**Editor's note: Please click here for our latest roundup of iPhone 5 speculation.**
The popular, Android-based Samsung Galaxy S III is now in the hands of customers around the world – Verizon Wireless becomes the last of the four major U.S. carriers to get it next week – raising many questions about whether Apple can move its projected release of the device from September or October up a month or two.
That's exactly what's going to happen, sources tell Taiwan's Central News Agency, which knows people close to Apple's manufacturing chain in Asia. The publication says Apple will move sales of the new iPhone 5 – or whatever the next-gen device will be called – to August in order to keep Samsung and other competitors from dominating the smartphone market this summer.
Most analysts have projected an October release for the next iPhone – one year after the release of the iPhone 4S – but some have been hedging their bets, gradually moving their release-date predictions up as competition heats up, particularly from Samsung, which reigns as the biggest smartphone manufacturer in the world. The iPhone remains the best selling device, but many predict that could change when final sales numbers are released for Q2. Some have said that the Motorola Droid Razr Maxx beat the iPhone 4S last month at Verizon Wireless, while many others expect the Samsung Galaxy S III to be the summer's most likely bestseller.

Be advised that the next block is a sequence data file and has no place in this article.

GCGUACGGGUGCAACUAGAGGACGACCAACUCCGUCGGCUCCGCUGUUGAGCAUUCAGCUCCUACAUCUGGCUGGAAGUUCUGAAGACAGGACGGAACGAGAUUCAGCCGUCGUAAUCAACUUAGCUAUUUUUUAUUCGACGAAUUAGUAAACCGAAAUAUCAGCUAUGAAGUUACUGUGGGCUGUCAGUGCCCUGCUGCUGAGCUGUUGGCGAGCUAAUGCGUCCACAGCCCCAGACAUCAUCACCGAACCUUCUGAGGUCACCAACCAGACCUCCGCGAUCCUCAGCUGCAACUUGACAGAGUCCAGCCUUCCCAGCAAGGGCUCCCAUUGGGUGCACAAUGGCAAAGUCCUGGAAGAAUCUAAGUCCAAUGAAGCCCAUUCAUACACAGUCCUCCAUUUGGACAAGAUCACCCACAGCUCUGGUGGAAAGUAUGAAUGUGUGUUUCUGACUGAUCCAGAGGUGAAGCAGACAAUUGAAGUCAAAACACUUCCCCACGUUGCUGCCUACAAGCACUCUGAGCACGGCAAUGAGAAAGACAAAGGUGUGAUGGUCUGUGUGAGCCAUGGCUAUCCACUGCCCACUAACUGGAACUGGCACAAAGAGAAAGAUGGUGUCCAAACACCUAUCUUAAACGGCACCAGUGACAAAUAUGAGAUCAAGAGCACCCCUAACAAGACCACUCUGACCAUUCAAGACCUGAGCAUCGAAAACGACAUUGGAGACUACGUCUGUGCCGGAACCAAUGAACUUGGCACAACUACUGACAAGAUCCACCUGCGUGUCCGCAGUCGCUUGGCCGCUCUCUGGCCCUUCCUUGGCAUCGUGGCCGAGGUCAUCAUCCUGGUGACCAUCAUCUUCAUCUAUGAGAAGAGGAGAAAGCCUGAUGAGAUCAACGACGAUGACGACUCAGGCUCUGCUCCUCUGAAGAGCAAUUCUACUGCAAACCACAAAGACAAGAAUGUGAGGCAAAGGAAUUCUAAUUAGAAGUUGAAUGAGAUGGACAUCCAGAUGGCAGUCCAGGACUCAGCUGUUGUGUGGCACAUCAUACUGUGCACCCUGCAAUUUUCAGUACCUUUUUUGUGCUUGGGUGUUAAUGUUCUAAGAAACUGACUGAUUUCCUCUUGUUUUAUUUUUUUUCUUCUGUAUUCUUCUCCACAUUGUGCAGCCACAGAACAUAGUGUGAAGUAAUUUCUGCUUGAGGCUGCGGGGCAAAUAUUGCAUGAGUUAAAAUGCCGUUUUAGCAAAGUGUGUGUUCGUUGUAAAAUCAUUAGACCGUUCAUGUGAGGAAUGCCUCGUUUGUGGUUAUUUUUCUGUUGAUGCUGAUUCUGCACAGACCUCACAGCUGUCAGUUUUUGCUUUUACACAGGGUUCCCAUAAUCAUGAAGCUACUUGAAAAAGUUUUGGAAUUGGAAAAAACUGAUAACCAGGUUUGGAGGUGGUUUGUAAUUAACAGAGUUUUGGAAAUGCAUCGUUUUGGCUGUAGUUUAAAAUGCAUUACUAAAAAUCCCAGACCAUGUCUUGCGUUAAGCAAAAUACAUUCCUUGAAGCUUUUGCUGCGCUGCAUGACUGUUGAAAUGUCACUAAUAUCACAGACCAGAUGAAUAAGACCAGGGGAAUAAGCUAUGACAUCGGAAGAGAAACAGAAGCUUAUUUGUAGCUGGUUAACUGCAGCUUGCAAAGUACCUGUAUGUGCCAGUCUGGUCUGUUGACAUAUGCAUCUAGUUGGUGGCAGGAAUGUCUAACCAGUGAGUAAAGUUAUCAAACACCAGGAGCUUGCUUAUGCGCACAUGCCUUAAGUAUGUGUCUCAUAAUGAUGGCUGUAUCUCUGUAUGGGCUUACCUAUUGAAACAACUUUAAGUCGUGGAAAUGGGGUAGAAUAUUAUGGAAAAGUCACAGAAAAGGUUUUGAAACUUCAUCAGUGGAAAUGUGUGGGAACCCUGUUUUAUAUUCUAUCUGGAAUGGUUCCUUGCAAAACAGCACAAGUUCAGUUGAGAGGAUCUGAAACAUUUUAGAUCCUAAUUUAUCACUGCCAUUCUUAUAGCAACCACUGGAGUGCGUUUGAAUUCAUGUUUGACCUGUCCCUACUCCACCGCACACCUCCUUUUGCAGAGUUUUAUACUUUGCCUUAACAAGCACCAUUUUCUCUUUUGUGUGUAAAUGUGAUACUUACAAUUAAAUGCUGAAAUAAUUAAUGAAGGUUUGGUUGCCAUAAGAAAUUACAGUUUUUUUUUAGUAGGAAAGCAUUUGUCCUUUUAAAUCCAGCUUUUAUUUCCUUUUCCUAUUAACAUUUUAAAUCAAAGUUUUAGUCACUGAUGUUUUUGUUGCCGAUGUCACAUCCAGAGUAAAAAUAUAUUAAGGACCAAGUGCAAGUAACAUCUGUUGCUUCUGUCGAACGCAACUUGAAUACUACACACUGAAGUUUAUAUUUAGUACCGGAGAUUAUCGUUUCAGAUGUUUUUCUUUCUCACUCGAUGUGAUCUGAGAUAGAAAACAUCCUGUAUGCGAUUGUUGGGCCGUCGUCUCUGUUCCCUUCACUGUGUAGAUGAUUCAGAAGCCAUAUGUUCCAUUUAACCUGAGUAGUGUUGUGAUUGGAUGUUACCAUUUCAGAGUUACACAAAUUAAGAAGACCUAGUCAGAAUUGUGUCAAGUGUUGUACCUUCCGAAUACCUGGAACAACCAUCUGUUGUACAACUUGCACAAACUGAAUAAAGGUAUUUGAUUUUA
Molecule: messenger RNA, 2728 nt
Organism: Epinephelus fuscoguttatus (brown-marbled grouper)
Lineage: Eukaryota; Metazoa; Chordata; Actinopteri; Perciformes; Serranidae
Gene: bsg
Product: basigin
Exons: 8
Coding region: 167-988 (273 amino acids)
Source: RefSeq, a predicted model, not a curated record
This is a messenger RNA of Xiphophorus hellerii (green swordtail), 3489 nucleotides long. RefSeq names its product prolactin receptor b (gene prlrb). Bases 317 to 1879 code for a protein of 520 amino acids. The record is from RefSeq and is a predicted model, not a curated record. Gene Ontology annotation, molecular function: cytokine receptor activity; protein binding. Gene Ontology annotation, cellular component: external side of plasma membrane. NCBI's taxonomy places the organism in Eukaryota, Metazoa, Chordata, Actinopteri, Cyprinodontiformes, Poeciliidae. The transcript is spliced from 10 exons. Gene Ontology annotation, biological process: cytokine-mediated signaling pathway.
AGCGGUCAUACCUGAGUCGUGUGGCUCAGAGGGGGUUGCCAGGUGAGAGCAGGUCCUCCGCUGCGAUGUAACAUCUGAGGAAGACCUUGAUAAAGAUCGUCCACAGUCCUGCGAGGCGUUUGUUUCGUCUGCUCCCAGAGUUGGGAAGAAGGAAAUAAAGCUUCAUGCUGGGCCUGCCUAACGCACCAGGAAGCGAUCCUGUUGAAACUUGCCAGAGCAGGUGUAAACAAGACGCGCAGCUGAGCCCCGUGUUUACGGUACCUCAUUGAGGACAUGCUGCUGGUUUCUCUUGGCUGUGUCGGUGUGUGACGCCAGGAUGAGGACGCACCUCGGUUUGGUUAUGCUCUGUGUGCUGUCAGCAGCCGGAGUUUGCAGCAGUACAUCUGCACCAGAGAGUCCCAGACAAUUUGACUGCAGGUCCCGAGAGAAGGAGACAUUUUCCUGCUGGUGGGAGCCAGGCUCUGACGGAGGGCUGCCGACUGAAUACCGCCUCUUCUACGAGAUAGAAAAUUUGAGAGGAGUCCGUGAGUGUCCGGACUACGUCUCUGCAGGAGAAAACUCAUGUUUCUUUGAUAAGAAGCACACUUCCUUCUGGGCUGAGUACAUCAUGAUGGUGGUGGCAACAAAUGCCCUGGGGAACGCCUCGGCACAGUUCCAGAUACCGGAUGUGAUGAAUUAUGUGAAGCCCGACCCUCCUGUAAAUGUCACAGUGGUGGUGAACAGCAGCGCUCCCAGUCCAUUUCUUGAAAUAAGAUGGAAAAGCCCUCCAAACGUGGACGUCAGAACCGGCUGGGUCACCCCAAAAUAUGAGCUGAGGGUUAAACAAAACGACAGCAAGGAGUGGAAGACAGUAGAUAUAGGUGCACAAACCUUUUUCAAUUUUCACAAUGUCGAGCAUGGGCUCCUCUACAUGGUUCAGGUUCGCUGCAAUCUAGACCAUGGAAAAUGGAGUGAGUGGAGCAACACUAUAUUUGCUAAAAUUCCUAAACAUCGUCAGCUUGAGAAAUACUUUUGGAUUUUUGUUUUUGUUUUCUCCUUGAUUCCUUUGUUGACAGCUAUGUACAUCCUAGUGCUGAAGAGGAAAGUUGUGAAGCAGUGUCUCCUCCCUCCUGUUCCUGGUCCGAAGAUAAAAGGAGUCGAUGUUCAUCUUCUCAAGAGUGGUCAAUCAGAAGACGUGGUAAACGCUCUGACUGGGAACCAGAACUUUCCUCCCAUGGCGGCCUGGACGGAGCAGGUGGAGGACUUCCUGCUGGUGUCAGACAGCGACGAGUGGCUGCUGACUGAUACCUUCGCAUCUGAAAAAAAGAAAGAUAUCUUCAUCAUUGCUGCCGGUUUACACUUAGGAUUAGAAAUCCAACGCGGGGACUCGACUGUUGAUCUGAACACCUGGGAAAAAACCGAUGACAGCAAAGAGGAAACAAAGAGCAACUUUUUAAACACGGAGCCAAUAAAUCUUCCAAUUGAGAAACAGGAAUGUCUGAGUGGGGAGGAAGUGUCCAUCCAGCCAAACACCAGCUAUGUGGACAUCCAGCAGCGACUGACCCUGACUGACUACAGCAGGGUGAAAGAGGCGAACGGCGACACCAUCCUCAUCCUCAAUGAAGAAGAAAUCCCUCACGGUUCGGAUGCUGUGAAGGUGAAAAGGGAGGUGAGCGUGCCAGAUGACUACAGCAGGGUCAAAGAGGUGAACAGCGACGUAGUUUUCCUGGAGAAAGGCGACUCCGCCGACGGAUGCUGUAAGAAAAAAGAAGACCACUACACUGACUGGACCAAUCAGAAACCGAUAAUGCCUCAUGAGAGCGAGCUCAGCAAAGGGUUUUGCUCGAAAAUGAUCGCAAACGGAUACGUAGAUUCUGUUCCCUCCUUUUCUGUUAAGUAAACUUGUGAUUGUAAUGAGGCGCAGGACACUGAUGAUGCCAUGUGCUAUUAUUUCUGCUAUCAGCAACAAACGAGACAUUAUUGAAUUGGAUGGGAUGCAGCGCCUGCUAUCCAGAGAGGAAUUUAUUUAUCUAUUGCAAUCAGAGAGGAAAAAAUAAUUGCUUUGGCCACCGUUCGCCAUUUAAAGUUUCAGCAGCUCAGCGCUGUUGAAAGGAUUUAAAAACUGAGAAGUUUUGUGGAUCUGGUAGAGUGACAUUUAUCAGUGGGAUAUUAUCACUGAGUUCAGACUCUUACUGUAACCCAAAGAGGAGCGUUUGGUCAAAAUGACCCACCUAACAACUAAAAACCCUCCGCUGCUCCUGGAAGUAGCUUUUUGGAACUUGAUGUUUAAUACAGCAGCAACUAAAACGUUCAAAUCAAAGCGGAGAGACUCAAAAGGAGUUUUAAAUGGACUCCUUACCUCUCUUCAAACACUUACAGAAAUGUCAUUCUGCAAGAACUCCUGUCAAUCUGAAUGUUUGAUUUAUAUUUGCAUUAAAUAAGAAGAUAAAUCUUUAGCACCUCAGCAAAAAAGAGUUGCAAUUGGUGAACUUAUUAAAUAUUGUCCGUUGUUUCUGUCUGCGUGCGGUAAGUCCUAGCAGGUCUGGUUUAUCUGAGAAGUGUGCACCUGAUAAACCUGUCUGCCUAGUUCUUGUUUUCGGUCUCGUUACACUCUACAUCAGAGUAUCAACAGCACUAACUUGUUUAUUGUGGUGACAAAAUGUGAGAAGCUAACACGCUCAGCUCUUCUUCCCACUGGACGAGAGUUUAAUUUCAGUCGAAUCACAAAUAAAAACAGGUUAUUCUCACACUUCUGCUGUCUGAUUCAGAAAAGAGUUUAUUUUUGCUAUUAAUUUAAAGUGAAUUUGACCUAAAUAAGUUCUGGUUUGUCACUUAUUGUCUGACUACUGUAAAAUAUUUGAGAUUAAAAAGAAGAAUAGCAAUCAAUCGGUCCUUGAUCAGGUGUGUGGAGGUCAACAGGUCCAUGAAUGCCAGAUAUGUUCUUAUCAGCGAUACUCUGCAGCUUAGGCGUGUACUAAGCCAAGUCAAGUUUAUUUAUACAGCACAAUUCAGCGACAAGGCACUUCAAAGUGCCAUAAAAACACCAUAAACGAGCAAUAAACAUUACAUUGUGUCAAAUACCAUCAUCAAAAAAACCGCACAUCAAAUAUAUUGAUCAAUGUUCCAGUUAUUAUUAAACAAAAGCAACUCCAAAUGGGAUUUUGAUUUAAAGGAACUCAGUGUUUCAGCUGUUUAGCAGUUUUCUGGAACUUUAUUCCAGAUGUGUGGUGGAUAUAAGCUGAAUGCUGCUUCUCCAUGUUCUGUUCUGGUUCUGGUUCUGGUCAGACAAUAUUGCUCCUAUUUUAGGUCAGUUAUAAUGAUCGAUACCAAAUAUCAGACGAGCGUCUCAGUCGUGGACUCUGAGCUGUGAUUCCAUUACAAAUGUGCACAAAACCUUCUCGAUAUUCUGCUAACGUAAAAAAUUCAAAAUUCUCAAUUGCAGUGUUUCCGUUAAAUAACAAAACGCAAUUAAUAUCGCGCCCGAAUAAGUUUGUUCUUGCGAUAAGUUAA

And Samsung might not be done for the foreseeable future, as the International Business Times of Australia points out, saying the Korean-based manufacturer might be prepping another big device for the fall.
That being said, it's unlikely that Apple could speed up its process much now; if the Silicon Valley giant were concerned about summer competition, it would've had to press down on the gas pedal a little sooner.
Meantime, Taiwan's Digitimes is reporting that competition might also be a factor influencing some of the new iPhone's specs, saying the iPhone 5 will come packed with a quad-core processor as opposed to the chip it used in the third-generation iPad earlier this year. Many of Apple's rivals, such as Samsung and HTC, are using quad-cores from Qualcomm.